Harlem Word: Marcia Sells talks about the Black Women’s Health Study

Marcia Sells, BA, JD, Associate Vice President in the Office of Government and Community Affairs, Associate Dean of Communications at the School of the Arts, both in Columbia University, has been taking part in the Black Women’s Health Study for almost 20 years. She tells us about this fascinating and important study.

Q: What is the Black Women’s Health Study?

A: The study is based in Boston, but the 59,000 women who take part live all over the United States. I think maybe my ob/gyn told me about it. At first, I got a lot of information from the researchers in the mail. I was asked to answer questions about my age and weight and other health-related subjects. I think I even gave a mouth swab for DNA. This is something I continue to do. I continue to answer the questions as I get older and my life changes.

Q: Does the Black Women’s Health Study focus on any particular disease or condition

A: There was not a lot of information about black women’s health in the 1990’s when the study began. The aim is to learn about causes of the health problems black women experience. It is also to learn what black women do to stay healthy. This kind of information can only be learned in studies that take place over a long period of time. After collecting information for many years, the researchers began sending out reports. The reports say, “this number of women have diabetes and obesity” or “so many women in this age group have this disease” or “more women in this age group, in this economic range suffer from this disease.” That’s why it is important that the study continues over a long time. The hope is that having all this information could lead to better health for black women.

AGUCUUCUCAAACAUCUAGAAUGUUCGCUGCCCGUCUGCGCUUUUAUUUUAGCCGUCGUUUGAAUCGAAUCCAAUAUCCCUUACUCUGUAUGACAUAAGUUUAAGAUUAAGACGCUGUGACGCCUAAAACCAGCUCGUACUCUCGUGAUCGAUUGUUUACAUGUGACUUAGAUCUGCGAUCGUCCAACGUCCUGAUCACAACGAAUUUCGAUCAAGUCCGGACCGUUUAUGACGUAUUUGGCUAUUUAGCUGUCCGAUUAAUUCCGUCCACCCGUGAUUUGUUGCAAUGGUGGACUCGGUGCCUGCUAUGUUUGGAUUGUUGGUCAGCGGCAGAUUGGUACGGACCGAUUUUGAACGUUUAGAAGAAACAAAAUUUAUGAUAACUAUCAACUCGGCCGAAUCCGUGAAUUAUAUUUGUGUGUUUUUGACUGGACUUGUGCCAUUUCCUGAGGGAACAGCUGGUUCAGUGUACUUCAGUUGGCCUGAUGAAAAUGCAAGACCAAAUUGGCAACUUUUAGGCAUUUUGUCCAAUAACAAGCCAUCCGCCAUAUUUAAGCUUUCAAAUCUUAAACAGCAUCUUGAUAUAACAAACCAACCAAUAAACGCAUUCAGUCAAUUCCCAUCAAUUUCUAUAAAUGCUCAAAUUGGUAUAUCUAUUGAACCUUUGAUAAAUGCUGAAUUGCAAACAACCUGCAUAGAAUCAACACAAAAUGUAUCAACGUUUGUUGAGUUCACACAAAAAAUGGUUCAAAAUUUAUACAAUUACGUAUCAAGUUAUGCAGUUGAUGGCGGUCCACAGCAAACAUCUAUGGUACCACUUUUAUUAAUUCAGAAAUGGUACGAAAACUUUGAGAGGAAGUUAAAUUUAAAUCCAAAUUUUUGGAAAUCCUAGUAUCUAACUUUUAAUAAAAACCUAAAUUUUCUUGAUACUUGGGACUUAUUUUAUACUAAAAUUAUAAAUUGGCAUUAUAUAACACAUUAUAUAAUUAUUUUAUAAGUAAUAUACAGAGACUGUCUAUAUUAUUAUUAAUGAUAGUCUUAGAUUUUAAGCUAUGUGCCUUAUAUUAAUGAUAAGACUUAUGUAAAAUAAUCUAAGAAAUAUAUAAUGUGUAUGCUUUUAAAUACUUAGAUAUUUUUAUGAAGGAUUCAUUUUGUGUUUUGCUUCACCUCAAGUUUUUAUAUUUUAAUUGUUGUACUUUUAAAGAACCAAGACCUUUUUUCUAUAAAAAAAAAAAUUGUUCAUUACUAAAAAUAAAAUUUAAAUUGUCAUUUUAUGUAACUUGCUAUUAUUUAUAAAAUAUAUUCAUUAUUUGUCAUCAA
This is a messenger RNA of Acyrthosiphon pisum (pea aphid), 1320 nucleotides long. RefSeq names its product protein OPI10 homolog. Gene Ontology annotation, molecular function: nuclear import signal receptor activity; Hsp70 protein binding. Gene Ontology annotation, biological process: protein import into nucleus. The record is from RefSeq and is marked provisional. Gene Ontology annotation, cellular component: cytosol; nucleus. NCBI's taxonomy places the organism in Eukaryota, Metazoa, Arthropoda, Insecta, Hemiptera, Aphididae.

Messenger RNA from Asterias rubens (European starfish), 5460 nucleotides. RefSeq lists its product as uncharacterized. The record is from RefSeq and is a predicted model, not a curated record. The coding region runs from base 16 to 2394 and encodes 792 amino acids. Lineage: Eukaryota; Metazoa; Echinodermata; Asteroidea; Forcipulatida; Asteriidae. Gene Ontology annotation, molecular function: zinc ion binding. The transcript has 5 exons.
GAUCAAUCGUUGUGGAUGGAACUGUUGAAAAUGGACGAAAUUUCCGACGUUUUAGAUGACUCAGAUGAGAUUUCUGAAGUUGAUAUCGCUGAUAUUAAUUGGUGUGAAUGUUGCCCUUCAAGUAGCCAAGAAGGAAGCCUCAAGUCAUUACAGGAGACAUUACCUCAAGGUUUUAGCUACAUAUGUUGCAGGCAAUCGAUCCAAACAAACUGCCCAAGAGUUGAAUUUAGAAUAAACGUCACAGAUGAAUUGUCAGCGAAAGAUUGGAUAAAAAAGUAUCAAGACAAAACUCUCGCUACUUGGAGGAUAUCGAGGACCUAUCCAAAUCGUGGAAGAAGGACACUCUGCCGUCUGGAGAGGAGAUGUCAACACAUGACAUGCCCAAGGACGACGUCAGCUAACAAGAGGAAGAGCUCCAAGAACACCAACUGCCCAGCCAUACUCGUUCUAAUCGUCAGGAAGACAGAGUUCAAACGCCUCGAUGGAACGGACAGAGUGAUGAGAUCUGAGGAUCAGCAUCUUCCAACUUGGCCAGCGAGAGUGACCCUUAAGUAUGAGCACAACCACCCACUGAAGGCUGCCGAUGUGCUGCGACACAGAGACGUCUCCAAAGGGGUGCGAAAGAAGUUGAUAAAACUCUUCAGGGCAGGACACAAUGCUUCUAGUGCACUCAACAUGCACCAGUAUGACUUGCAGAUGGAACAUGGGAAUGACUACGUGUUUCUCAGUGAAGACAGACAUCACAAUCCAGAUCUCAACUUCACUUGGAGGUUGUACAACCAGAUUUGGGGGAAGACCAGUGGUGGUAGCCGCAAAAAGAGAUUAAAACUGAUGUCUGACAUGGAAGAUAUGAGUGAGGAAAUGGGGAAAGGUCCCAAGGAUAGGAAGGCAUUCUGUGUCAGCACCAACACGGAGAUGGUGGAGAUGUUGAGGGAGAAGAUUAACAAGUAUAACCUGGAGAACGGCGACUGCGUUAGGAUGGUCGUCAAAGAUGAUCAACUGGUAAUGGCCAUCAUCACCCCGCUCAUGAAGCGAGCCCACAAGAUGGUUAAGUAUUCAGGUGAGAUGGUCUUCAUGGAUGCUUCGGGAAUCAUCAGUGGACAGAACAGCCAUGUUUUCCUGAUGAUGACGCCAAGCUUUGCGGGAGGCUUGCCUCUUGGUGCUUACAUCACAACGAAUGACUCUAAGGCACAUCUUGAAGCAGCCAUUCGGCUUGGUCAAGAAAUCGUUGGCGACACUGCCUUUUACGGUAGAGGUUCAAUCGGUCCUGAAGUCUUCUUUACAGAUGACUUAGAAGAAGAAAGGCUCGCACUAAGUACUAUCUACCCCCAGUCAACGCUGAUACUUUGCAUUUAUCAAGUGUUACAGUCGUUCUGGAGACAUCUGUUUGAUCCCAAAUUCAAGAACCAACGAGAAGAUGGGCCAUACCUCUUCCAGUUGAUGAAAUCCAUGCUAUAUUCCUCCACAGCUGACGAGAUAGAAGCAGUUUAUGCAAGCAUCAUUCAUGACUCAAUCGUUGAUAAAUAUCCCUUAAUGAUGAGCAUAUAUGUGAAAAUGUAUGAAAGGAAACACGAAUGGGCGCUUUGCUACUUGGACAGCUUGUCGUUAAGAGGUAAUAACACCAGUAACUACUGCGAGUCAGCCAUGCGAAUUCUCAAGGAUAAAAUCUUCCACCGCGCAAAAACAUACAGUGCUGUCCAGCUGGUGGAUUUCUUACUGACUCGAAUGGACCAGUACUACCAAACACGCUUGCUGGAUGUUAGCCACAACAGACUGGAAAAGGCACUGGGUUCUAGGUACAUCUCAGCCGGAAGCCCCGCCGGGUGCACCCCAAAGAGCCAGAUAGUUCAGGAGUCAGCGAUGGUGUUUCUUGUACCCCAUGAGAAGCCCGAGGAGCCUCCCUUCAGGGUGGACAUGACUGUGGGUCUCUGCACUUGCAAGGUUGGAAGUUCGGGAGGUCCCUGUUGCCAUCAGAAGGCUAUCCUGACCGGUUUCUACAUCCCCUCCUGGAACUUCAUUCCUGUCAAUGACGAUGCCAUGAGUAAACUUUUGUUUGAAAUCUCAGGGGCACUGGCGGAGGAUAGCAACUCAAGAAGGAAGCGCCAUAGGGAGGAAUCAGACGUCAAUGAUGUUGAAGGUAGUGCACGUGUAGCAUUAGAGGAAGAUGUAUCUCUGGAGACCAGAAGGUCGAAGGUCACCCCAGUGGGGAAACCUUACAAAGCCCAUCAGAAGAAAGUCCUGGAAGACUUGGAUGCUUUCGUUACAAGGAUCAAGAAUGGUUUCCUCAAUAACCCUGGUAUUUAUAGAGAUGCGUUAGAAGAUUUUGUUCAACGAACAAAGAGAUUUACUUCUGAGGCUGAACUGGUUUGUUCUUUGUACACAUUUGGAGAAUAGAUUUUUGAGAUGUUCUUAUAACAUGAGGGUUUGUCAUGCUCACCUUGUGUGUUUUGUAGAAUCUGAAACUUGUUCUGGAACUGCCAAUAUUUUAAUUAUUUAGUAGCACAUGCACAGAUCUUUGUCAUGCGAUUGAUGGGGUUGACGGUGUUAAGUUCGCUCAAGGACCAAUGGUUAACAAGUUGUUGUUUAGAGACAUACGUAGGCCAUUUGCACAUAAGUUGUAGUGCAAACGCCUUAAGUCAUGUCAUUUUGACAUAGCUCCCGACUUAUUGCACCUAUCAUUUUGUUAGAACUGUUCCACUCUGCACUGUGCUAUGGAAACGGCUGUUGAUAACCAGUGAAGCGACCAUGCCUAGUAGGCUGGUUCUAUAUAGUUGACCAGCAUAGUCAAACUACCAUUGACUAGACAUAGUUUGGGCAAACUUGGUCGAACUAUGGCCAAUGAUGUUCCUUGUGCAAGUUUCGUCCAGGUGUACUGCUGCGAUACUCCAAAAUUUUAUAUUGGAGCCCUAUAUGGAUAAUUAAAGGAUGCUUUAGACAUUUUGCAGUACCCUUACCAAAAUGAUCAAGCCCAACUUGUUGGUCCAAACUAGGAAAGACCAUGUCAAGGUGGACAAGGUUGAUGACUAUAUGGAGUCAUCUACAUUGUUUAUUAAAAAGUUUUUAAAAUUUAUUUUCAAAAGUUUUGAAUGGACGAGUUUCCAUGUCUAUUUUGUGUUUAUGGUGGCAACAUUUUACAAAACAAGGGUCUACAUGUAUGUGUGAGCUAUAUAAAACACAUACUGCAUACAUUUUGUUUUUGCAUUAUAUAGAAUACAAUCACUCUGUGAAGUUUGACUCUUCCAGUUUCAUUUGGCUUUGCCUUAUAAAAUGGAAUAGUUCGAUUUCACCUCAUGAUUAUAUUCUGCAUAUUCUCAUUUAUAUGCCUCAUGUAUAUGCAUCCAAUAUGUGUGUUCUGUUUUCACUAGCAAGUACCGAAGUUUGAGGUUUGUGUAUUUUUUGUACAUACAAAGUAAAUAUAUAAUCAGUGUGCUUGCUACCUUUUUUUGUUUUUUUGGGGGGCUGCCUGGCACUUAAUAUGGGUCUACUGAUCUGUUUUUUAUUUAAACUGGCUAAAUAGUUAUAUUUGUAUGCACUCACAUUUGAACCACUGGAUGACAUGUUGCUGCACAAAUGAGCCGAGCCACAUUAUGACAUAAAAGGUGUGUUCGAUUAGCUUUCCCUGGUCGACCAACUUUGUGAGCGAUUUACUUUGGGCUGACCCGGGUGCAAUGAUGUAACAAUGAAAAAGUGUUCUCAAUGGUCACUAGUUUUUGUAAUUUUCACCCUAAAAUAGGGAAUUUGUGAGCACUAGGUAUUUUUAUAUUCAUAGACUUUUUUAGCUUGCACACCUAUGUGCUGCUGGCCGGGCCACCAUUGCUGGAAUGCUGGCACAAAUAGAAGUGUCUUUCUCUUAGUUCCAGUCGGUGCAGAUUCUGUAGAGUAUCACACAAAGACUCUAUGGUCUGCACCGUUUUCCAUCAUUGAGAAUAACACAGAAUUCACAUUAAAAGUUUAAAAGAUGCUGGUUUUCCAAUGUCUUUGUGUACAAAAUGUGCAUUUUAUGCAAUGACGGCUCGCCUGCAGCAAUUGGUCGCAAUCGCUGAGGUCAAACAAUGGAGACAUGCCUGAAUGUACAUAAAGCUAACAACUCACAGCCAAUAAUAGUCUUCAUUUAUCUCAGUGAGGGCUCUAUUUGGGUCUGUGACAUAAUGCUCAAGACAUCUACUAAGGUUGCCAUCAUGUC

Q: Were you worried about ‘giving away’ your information?

A: Some people do worry about what happens to their personal information, but in any research study you have to be willing to share that. I just thought it would be so valuable for my information to be compared with that of other women. I also thought it was very important that black women from all backgrounds participate. If I could add to this knowledge, I wanted to do it.


For more Marcia Sells articles, see the links on the right side under "Related Stuff"


Please note: The Black Women’s Health Study stopped signing up new members in 1995. By tracking black women’s health over a long period of time the study hopes to get a truer description of their health. For more information about this valuable study, or to learn results from some of the research go to:

For another website with reliable information focused on black women’s health:



Harlem Word is a series of interviews with Northern Manhattan health experts, written by HHPC and reviewed by our Health Advisory Board.

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